We can take it for granted that Naomi wasn’t exactly a paradigm of spiritual awareness. Apparently she had no problem abandoning Eretz Israel with her ambitious, assimilationist sons who sought their fortune among the Moabites. Nor do we sense any objection on her part to their marrying out of their faith. And, clearly had her sons prospered in Moab and had they had progeny there, Naomi would have lived out her years among the gentiles and her gentile grandchildren with no second thoughts.
That she was returning to Israel was a purely practical decision. Bereft of her sons, penniless, starving, an alien in an alien land, she decides to go home and throw herself at the mercy of her kinfolk.
Hence it is hardly likely that she served as any spiritual role model for her daughter-in-law Ruth to emulate.
By contrast, Ruth had absolutely no reason to go to Eretz Israel. She was a princess; young, beautiful, well connected, childless. In other words she would have everything going for her had she elected to remain in Moab.
We can therefore infer that Ruth’s motivation for going to Eretz Israel had nothing to do with her dead husband, and little to do with her former mother-in-law Naomi. Like our Patriarch Abraham, Ruth was a sui generis believer in G-d. By declaring to Naomi ואלקיך אלקי it is she who is prodding Naomi to remember who her G-d is, not the other way around. Much as Moses is prodding each of us, and each of us must prod the often subpar priest. Because like the kohen, and like the ordinary Israelite, we come by our status via the accident of birth. By contrast, Ruth achieves her status as a Jew by dint of her own personal revelation and discovery of G-d.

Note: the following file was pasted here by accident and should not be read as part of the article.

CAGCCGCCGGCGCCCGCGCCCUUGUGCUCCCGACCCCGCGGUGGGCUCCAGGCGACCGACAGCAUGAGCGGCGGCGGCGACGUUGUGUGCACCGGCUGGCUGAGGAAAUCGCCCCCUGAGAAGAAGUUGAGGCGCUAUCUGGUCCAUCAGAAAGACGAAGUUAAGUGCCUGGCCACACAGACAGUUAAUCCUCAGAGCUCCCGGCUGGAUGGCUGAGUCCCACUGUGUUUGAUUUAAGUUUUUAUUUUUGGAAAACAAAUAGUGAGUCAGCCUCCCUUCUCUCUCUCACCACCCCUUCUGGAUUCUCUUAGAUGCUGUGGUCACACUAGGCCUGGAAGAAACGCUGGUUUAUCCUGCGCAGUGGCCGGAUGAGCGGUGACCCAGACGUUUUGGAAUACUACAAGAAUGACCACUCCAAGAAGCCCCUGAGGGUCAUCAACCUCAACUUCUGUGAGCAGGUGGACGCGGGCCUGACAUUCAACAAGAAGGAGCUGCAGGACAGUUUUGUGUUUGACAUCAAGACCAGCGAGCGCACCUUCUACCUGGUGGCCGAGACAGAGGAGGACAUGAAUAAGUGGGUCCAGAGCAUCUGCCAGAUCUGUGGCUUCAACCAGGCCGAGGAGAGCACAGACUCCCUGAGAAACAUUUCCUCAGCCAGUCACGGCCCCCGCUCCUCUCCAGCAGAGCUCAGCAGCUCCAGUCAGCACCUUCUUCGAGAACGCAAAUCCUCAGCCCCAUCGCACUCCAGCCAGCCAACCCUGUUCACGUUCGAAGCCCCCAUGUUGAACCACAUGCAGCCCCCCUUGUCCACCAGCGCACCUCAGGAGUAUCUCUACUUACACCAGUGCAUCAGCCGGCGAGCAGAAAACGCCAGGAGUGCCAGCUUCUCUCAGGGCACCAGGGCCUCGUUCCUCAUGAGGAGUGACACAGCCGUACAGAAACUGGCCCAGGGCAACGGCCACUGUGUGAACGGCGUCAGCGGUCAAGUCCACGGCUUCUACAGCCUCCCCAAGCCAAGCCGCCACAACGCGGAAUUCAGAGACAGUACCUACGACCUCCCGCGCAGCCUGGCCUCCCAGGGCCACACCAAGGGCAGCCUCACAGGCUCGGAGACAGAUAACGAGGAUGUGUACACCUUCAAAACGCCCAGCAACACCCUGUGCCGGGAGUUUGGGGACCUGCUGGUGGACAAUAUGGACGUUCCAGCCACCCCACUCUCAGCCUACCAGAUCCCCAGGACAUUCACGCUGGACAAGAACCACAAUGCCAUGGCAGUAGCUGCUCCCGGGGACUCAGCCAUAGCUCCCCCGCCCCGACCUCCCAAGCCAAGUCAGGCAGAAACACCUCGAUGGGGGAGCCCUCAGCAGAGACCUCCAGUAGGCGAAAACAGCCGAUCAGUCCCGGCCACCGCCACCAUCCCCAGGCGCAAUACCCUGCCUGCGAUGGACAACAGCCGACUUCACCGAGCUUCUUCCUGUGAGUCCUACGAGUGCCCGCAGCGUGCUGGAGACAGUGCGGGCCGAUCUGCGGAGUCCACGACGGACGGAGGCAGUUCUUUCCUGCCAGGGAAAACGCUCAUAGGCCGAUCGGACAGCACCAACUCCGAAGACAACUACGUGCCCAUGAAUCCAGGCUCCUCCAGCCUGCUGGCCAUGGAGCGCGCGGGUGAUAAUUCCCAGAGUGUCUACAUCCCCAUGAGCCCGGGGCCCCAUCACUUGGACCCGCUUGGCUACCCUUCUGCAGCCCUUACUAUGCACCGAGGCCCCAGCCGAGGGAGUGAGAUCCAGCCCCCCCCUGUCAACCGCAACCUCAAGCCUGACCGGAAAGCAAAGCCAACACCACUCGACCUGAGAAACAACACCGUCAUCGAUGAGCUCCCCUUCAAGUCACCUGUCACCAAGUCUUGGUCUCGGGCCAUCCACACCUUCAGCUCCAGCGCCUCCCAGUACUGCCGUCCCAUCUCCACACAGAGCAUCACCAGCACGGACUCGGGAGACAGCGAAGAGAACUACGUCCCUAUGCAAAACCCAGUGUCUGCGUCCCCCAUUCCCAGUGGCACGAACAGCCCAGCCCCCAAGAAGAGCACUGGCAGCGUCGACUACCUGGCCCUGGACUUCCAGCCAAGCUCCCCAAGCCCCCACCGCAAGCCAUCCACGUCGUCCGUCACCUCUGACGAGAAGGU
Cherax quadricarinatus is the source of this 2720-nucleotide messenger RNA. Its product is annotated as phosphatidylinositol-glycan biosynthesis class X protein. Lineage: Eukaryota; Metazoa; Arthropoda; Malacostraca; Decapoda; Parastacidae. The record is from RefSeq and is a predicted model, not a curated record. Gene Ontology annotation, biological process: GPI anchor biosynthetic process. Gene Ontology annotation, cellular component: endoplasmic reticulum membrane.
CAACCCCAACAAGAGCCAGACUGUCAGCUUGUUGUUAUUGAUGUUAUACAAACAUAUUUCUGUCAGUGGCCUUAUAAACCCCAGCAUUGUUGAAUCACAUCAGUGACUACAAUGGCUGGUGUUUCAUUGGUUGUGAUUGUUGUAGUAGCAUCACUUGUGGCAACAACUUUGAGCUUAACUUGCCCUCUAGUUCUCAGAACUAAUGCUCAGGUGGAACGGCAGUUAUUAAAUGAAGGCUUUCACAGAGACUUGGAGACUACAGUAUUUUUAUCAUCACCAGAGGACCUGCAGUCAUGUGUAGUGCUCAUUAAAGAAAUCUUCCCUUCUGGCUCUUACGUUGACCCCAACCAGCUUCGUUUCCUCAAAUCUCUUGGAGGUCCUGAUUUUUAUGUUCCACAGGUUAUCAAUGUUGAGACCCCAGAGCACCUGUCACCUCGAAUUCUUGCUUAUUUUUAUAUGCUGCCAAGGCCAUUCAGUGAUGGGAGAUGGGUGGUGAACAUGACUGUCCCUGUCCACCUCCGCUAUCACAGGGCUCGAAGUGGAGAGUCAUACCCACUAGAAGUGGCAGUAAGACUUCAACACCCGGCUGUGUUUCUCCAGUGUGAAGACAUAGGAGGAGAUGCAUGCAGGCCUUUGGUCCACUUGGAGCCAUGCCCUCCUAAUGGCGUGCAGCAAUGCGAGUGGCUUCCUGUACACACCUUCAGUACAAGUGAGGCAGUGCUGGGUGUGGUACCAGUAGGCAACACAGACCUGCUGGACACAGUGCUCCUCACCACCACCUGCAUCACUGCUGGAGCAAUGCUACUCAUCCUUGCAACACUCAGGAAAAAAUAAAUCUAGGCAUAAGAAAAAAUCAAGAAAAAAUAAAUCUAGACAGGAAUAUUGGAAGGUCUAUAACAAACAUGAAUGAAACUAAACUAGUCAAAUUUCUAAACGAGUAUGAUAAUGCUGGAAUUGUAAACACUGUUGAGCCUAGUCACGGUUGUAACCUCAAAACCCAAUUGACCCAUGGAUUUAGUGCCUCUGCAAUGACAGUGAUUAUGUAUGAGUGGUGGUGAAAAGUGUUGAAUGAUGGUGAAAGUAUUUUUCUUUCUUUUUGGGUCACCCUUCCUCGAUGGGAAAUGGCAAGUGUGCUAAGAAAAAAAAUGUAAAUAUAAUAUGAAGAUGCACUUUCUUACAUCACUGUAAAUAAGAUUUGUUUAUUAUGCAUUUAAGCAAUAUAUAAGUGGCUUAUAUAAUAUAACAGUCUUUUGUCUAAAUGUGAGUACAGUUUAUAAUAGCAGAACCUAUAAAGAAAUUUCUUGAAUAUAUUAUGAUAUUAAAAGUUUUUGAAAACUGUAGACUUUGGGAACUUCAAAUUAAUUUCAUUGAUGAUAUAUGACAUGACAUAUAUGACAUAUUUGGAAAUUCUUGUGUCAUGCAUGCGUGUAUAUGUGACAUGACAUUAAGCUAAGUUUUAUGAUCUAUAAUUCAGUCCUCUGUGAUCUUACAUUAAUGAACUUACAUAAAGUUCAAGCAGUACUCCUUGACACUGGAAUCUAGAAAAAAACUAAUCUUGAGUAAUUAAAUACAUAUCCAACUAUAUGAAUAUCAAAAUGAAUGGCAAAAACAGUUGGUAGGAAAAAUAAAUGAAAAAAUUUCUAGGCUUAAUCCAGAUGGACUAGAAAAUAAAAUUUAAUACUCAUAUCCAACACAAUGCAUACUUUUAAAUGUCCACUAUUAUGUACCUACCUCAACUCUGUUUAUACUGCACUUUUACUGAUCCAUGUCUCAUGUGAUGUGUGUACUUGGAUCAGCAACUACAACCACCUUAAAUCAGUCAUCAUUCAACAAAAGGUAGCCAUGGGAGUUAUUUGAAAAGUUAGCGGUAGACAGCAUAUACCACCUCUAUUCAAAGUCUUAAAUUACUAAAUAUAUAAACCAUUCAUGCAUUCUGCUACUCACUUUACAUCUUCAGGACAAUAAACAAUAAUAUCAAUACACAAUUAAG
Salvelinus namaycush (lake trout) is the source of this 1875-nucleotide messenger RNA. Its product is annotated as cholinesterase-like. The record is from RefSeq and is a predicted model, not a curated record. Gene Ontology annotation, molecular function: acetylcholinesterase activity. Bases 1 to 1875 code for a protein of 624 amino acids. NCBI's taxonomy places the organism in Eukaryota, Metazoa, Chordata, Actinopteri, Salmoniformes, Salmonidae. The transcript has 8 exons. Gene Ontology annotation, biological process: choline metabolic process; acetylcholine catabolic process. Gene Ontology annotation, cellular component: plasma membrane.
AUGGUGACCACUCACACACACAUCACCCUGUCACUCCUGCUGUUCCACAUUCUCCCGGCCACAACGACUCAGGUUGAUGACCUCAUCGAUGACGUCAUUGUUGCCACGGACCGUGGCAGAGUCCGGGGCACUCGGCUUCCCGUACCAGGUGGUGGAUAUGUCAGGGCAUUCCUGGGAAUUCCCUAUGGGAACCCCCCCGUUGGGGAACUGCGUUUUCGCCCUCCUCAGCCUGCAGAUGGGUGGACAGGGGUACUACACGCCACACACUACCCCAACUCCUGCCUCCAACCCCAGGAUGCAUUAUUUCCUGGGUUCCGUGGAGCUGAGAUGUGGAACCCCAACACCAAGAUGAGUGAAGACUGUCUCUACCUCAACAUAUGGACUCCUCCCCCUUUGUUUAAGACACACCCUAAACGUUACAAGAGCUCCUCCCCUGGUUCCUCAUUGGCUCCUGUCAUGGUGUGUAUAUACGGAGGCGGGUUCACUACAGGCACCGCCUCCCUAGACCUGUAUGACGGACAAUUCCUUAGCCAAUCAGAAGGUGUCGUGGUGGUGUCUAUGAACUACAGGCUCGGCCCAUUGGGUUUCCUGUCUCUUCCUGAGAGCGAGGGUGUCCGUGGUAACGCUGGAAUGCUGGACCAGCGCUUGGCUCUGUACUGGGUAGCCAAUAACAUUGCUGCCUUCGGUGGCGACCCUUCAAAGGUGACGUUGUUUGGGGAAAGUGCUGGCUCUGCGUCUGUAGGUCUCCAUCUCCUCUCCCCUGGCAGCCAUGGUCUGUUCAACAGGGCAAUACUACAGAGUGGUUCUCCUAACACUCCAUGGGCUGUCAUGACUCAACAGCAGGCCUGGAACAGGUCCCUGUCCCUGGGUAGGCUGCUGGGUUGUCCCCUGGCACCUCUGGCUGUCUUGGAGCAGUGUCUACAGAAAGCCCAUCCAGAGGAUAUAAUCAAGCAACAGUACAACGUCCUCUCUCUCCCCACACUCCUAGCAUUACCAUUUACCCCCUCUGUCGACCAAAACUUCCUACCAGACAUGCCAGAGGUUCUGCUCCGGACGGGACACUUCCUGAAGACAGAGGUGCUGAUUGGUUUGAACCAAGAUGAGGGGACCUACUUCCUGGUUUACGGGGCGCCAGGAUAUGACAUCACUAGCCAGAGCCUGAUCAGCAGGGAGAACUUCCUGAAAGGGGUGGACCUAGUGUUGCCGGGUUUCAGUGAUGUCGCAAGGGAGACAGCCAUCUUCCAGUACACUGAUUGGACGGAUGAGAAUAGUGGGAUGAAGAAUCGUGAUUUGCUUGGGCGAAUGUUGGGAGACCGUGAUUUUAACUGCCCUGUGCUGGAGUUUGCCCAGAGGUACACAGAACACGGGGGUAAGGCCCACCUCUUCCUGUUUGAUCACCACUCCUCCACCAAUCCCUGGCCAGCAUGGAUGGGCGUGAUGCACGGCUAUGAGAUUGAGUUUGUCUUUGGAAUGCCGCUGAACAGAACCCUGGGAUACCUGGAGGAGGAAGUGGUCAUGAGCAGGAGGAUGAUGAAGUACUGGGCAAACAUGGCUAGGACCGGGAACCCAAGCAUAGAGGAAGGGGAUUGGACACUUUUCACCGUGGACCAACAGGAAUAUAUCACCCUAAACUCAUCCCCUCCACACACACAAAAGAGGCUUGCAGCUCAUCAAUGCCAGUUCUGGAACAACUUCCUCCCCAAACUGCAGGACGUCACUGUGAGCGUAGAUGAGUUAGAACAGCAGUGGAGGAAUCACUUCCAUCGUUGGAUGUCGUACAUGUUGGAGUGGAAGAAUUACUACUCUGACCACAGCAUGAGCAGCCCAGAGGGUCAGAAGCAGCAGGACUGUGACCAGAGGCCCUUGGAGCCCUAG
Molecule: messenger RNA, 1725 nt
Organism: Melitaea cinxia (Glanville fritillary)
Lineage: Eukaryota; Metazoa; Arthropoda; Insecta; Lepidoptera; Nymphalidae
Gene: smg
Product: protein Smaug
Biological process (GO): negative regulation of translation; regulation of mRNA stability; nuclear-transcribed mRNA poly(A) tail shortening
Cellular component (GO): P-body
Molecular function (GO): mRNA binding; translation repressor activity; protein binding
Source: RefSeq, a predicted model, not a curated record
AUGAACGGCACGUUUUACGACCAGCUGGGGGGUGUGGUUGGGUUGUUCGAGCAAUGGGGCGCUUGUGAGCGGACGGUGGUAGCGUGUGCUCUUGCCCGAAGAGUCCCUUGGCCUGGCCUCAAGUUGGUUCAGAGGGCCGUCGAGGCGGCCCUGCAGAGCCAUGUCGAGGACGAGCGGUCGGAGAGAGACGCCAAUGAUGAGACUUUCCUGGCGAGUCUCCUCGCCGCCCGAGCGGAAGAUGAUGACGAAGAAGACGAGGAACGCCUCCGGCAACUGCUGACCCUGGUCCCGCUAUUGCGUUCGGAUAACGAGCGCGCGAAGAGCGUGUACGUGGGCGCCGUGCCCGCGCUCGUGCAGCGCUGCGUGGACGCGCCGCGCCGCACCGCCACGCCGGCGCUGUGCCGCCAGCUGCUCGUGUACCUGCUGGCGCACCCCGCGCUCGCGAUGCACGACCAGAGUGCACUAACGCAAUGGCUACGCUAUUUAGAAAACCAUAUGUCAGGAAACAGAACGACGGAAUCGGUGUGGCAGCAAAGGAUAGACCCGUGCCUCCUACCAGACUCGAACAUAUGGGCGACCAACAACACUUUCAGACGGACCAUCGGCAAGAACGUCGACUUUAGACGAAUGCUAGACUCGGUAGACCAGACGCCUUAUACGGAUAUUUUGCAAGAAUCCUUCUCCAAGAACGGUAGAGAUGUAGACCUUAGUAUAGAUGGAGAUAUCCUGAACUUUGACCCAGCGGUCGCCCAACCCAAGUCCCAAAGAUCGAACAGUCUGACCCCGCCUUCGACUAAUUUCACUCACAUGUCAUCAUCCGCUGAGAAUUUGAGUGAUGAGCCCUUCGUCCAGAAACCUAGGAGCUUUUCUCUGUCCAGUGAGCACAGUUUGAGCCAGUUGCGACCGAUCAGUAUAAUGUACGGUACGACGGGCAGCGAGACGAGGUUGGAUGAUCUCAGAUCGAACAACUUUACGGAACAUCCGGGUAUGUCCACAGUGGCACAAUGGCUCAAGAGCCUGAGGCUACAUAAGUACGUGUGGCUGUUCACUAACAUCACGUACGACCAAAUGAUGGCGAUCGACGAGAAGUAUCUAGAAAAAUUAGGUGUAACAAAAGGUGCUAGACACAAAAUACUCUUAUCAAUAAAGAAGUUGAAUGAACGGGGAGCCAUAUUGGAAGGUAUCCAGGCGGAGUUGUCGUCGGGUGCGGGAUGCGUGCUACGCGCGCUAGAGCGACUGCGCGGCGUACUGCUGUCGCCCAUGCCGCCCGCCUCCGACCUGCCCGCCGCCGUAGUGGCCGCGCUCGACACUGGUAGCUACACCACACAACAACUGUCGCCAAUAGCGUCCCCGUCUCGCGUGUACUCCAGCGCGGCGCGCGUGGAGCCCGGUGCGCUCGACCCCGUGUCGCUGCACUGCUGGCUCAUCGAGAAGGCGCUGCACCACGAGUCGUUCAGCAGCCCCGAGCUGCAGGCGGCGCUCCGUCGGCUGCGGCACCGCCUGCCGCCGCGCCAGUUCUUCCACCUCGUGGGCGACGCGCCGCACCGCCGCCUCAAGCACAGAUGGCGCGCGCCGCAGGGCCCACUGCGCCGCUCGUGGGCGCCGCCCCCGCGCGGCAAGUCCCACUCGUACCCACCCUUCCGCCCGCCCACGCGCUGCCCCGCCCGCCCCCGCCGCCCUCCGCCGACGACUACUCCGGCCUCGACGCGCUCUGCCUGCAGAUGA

We can now understand why there is no mention of Elo-hekha” in verse 8. The reference to G-d who took us out of Egypt is pure “Ado-nai” and the “Elo-hei avoteinu” (verse 7)is the overarching Divinity made manifest to the entire world as the G-d of the Israelites past, present and future. This is the G-d of the universe and the G-d of all the Israelites, the macro G-d performing manifest miracles. At a time like this we, hopefully need no individual reminders.
At Mt. Gerizim and Mt. Eival
In the latter part of the Parsha we have the Israelites shouting “Amen” to a series of curses in the event one violates any of an itemized list of prohibitions.
The fascinating this is that virtually all of these prohibitions are common sense. One would think there is no need to single out such obvious no-nos as encroaching on another’s turf; mis-directing a blind person (which includes cheating in business); cohabiting with ones father’s wife or with an animal; or perverting the verdict of an orphan, widow or stranger. After all these are things about which we should need no reminders.
If anything one would need reminders to drink halav Yisrael, or to consume only glatt kosher meat (and not just ANY glatt kosher meat), or to wear kaful shmoneh tzitzit with black stripes, or, Heaven forefend, to not hear a woman’s voice singing.
Yet, oddly enough, in very religious communities (of all faiths I may add) we know of altogether too many cases of pedophilia, extra-marital affairs, incest, and unethical business practices. And there is no dearth of beth dins that pervert justice. At the same time few among the devout need to be reminded not to drink ordinary milk, or consume ordinary kosher meat, or heaven forefend, attend a concert in which a woman’s voice might be heard.
Indeed our generation has reached such spiritual heights that we are now enjoying gender-segregated buses, gender-segregated tombstones, and even gender-segregated sidewalks in the very neighborhoods where these other, seemingly obvious violations, are occurring with distressing regularity.
Perhaps the time has come for us to be a little less frum and a little more ehrlich. How about we just keep kosher for a while and not get into such a snit about kol isha; that we work a lot harder at our business ethics and our respect for the inviolability of others. How about we become a bit less obsessive about black hats and a bit more focused on the integrity of beth dins. Somehow I don’t think it can hurt.
What do you think?